Additionally, mindfulness is often equated with meditation and vice versa, leading to erroneous conclusions based on comparisons of studies that actually investigate very different things. In simplest terms, mindfulness has been defined as a process, a skill, or a state of mind, while meditation is a behaviour or a practice that involves mental training. Meditation (at least to the extent of Buddhist meditation practices) always involves mindfulness training to some extent, but mindfulness is more than the practice of meditation. So comparing say a study that investigated the effects of an intensive 3-month meditation retreat with a study that investigated the effects of a 5-minute practice from a mindfulness app is faulty by design. Similarly, comparing meditation-based interventions (e.g., Mindfulness-Based Stress Reduction) with mindfulness-based interventions without a meditation component (e.g., Acceptance and Commitment Therapy) can make it difficult to draw conclusions about what aspect of “mindfulness” is actually relevant to the study outcomes. Is it the formal practice of mindfulness (i.e., meditation), is it the informal practice of mindfulness (i.e., returning to our breath during the day or while doing daily tasks), or is it just our own dispositional quality of “being mindful” that we all possess to varying extents? Instead of grouping meditation and mindfulness together, we need to remember that they are two separate (albeit complementary) constructs and that even meditation practice varies hugely from one individual or tradition to another.

Accepting its complexity

Most importantly, we need to accept that mindfulness, much like intelligence or love, is complex. Researching it should therefore not be with the goal of simplifying it or reducing it to a single construct, but rather to produce a body of work that may describe and explain the effects of mindfulness from biological, cognitive, neurological, emotional, psychological, social, and physiological perspectives and processes.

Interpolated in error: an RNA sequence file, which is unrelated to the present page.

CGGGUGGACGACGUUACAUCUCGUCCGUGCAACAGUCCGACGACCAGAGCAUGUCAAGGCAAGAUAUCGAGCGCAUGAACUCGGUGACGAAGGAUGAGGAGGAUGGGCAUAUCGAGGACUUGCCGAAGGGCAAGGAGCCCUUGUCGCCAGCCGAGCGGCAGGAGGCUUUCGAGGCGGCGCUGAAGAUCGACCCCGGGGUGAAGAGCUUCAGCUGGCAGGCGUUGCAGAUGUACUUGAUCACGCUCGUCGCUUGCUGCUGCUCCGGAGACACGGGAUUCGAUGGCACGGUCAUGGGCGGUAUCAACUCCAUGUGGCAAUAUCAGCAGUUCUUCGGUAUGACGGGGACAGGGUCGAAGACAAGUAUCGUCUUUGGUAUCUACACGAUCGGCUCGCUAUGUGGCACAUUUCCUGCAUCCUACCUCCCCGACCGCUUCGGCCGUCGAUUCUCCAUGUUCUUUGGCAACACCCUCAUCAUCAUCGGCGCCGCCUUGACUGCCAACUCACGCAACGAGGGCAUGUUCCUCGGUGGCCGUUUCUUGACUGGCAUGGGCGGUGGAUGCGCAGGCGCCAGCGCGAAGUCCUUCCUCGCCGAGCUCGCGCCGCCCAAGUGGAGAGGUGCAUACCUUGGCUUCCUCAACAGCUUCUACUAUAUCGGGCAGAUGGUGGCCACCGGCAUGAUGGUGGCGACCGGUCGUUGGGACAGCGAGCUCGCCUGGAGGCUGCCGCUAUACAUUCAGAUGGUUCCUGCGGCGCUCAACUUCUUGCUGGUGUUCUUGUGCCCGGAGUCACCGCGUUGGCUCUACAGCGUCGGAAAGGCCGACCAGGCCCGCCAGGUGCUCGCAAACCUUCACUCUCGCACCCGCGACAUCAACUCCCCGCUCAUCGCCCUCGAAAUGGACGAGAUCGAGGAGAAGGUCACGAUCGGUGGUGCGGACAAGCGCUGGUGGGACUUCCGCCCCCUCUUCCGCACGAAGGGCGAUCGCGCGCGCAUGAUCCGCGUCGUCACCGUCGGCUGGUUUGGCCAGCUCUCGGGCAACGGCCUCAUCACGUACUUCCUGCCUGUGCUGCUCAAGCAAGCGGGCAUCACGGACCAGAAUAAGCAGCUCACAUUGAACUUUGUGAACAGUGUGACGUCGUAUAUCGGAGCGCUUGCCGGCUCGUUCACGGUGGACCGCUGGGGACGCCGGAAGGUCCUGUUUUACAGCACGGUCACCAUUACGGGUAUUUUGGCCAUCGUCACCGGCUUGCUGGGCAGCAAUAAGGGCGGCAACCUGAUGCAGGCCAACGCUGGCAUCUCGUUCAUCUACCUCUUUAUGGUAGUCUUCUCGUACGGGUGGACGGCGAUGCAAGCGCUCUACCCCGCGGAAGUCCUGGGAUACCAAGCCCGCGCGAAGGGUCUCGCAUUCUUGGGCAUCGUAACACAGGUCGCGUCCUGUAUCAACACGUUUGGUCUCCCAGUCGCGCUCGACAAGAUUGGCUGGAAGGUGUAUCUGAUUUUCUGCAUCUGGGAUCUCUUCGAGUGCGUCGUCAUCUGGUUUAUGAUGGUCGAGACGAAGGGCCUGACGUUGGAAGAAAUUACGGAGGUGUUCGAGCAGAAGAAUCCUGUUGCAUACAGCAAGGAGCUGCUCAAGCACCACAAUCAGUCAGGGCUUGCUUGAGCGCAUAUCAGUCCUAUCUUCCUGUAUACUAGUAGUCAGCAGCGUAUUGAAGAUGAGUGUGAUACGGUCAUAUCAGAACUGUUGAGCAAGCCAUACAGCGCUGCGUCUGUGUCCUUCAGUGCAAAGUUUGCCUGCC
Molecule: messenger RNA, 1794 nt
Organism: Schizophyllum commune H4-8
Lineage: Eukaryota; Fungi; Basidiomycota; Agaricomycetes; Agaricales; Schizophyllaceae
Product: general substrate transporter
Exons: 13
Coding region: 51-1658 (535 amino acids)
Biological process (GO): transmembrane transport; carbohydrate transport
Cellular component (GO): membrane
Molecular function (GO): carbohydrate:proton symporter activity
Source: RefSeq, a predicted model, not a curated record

The conclusions

Mindfulness is powerful. Like love, intelligence, wisdom, empathy, or any other “profound” topic of investigation, we should aim to reach a point where mindfulness is not refuted as fake or unworthy of further research. But with great power comes great responsibility. Power needs to be respected, because it does not always mean good. Powerful consequences can be both beneficial and harmful.

And this power lies, to a large extent, in us researchers. We can follow the hype of how great and perfect mindfulness is (I miss those times, if only a little) or ride the storm condemning mindfulness as something harmful or useless (oh, how the tides have turned!). Or, instead, we can do what we do best – take an objective stance and investigate mindfulness ethically and responsibly. We can be transparent and honest in our research, we can present both the positive and the negative outcomes, and we can emphasize what we do not know when we are stating what (we think) we know. We can feed both the hype and the criticisms through our findings, but let’s choose to do neither.

Let’s show a little respect.

5 Comments

  1. I found this very interesting, Kat. I think mindfulness definitely merits more research as so many people now practice mindfulness and enjoy its benefits. It’s a pity that negative press puts people off as they are missing out on a wonderful resource for stress-reduction/anxiety and just generally being able to enjoy each moment of life as it comes. 🙂

    Liked by 1 person

    1. Thank you very much for your comment! I agree, it is definitely a shame that the opinion of mindfulness has gone from one extreme to another – my hope is that it is now en route to finding a balance between the two extremes 🙂

      Liked by 1 person

    1. Thank you for your lovely comment! Even I am surprised when I read some of my old posts – but the blogging, the PhD, and my mindfulness practice are all a journey, so evolution is a good sign 🙂

      Liked by 1 person